2014 cash ISA season set to be a washout

11 February 2014, 19:40   By Ann Haldon

SAVERS looking for a good tax-free interest rate are facing disappointment in what is shaping up to be a washout season for cash ISAs.

savings add to jar
Credit: lovelyday12/Shutterstock.com

Financial institutions generally increase the interest rates on savings accounts at this time of year to encourage savers to make full use of their tax-free allowance, set for the 2013/14 tax year at £5,760.

Unless things pick up soon, sadly, we have the makings of a damp squib.
Moneyfacts Editor, Sylvia Waycott

The lack of appealing ISA deals is no surprise: all savers looking for a good return have struggled in the past few years as the economy continues to climb out of recession and banks face multiple disincentives to offer good rates.

Last year saw a very similar situation, with few attractive deals and rather deflated savers.

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Despite the lack of promise when it comes to deals, however, ISAs remain a popular option and it is unlikely that poor interest rates alone will deter savers.

Both adult and Junior cash ISAs have slowly grown in popularity over recent years, HMRC statistics show.

Good ISA deals scarce

The lack of good ISA deals has been highlighted by Moneyfacts, the financial information website.

The site reported that, far from heating up, the average cash ISA rate dropped this month from 1.87% in January, to the current rate of 1.64%.

The ISA season 2014 is "a bit of a lame duck" so far, Moneyfacts Editor Sylvia Waycott said.

"Unless things pick up soon, sadly, we have the makings of a damp squib," she added.

Optimists can hold onto the fact that there are still 77 accounts on the market that provide a better than average return.

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But that's just 9% of the total number of cash ISA products available, 864.

In some cases, Cash ISA's have either been withdrawn completely, or their interest rate reduced for new savers.

For example, the Post Office's Premier Cash ISA, which offered a top interest rate of 1.8%, was withdrawn for new savers last week.

Virgin Money also reduced the rate for new savers on its Cash ISA, to 1.61%.

Looking on the bright side, the ISA season does continue until May, so it could still be regarded as early days.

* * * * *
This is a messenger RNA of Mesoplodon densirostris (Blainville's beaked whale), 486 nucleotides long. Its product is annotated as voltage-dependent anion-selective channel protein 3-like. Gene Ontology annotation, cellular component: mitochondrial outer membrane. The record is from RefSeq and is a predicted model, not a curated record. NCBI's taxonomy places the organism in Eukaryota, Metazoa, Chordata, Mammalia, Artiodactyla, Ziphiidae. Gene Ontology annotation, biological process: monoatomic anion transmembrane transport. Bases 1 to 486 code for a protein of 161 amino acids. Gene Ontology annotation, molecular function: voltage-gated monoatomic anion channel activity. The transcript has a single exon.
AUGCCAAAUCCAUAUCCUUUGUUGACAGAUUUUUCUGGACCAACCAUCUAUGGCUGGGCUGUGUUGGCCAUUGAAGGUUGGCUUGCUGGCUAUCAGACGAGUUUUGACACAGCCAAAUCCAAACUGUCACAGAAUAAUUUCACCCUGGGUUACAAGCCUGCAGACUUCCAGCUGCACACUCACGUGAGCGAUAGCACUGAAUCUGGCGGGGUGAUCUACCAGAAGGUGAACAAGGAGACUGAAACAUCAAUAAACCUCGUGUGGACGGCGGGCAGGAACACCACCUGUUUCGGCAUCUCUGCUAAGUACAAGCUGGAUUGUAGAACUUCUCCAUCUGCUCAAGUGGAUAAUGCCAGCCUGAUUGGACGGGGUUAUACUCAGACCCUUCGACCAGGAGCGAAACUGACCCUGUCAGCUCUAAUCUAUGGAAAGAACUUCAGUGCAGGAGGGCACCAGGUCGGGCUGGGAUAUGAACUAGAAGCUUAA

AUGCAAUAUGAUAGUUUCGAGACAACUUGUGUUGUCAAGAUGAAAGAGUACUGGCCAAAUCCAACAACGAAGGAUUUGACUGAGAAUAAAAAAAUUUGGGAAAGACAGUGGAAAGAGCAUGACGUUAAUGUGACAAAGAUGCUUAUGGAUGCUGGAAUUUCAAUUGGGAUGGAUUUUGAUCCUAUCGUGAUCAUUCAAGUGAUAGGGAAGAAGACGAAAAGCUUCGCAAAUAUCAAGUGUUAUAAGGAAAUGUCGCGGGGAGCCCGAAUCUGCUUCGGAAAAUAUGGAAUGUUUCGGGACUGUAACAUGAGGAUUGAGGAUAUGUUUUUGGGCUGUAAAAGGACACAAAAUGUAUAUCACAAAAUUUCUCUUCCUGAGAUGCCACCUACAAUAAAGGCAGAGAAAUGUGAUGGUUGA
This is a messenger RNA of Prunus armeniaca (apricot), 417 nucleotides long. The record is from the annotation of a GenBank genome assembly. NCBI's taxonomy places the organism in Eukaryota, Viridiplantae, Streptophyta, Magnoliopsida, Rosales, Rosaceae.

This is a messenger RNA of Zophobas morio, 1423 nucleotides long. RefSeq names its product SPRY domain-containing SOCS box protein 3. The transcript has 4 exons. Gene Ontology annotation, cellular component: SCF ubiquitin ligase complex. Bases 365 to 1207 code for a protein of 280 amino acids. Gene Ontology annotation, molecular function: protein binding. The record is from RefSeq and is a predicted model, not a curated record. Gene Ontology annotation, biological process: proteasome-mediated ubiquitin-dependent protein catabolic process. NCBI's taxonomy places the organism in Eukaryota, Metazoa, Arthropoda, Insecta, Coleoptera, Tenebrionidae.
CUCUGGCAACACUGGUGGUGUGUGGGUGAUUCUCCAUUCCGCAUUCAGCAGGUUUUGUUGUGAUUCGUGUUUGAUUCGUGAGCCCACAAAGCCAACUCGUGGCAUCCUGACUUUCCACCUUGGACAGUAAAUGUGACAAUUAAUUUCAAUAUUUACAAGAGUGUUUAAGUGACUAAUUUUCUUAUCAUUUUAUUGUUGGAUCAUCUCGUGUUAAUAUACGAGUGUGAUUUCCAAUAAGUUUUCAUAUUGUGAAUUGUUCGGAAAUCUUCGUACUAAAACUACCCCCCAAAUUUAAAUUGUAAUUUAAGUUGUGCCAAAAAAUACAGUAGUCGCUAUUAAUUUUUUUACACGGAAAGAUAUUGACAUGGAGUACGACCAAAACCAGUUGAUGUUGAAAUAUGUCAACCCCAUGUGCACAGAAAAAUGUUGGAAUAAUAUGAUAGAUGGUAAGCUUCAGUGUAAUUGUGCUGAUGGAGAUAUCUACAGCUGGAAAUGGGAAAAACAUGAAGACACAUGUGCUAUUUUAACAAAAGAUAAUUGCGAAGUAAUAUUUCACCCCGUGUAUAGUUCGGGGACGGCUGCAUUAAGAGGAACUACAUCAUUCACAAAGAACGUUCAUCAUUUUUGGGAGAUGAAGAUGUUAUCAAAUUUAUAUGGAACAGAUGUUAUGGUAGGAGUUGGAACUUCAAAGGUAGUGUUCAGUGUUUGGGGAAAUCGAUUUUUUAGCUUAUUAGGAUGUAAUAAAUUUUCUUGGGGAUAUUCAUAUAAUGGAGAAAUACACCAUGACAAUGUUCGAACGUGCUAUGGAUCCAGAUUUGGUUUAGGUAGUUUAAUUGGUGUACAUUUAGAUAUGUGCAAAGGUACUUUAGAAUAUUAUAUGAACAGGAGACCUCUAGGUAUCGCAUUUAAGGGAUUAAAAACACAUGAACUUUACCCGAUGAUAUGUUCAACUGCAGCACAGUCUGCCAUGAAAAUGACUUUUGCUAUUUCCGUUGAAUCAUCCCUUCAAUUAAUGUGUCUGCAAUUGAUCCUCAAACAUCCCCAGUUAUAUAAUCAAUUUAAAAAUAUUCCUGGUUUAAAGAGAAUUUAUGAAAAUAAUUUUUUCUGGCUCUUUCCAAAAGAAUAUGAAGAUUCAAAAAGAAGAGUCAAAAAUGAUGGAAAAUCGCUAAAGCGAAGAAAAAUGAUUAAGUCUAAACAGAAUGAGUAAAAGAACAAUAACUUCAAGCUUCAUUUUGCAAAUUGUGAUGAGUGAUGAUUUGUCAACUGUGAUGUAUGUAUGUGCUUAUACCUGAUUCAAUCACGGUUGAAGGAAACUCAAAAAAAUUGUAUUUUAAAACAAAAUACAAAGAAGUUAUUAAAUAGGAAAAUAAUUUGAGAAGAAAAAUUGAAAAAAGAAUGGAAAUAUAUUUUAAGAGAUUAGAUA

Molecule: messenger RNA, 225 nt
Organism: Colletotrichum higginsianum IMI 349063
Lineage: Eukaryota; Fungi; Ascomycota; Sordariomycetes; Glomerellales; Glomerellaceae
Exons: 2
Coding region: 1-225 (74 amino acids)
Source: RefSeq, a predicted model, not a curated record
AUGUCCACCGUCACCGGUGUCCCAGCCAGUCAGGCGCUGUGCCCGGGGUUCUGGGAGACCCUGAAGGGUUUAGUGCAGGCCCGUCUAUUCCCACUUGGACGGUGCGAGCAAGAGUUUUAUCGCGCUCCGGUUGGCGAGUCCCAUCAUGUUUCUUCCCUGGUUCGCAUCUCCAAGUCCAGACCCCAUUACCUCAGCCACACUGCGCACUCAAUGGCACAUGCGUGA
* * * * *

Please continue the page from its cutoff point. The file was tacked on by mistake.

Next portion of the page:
It is conceivable that banks and building societies will address the concerns of consumers simply trying to get the most out of their money, though it's unlikely that they'll increase them by much.

But ISAs remain popular

The amount of Cash ISA deposits in 2012-13, rose by £3 billion to just over £40 billion.

This increase can only partially be attributed to the annual rise in the savings limit, and indicates a solid consumer confidence in this product that's likely to endure even in spite of poor rates.

HMRC also report that the number of Cash ISA accounts opened, rose from just over 11 million in 2011-12 to more than 11.5 million in 2012-13.

hmrc isa statistics

SOURCE: HMRC statistics 2012.

The average subscription of around £4,000 per account in 2012-13, a steady increase since 2007-08.

ISAs remain a generally popular place to save due to their inherent flexibility, ease of access and, overwhelmingly, as a result of their tax-free status, which savers thinking long term will note will endure down the years, allowing them to move the money to a higher rate when the market picks up.

The outlook for JISAs

In addition, while cash ISAs might disappoint savers we could see more parents than ever taking advantage of Junior ISAs (JISAs) this year.

These tax-efficient savings accounts were introduced in 2011, with the aim of encouraging parents to save for their children.

Child Trust Fund savings can be transferred to a JISA from April, reversing a previously unpopular no transfers policy, which will allow parents to take advantage of higher returns and lower charges and could account for the rise in the JISA's popularity.

An increase in awareness has also helped.

A survey conducted by Family Investments has revealed an increase in awareness of this product from 27% on its introduction in November 2011, to 57% two years later.

At least one section of the community is getting a decent return from their tax-free incentives.

Hopefully the next couple of months will also see improved returns for adult ISA savers.

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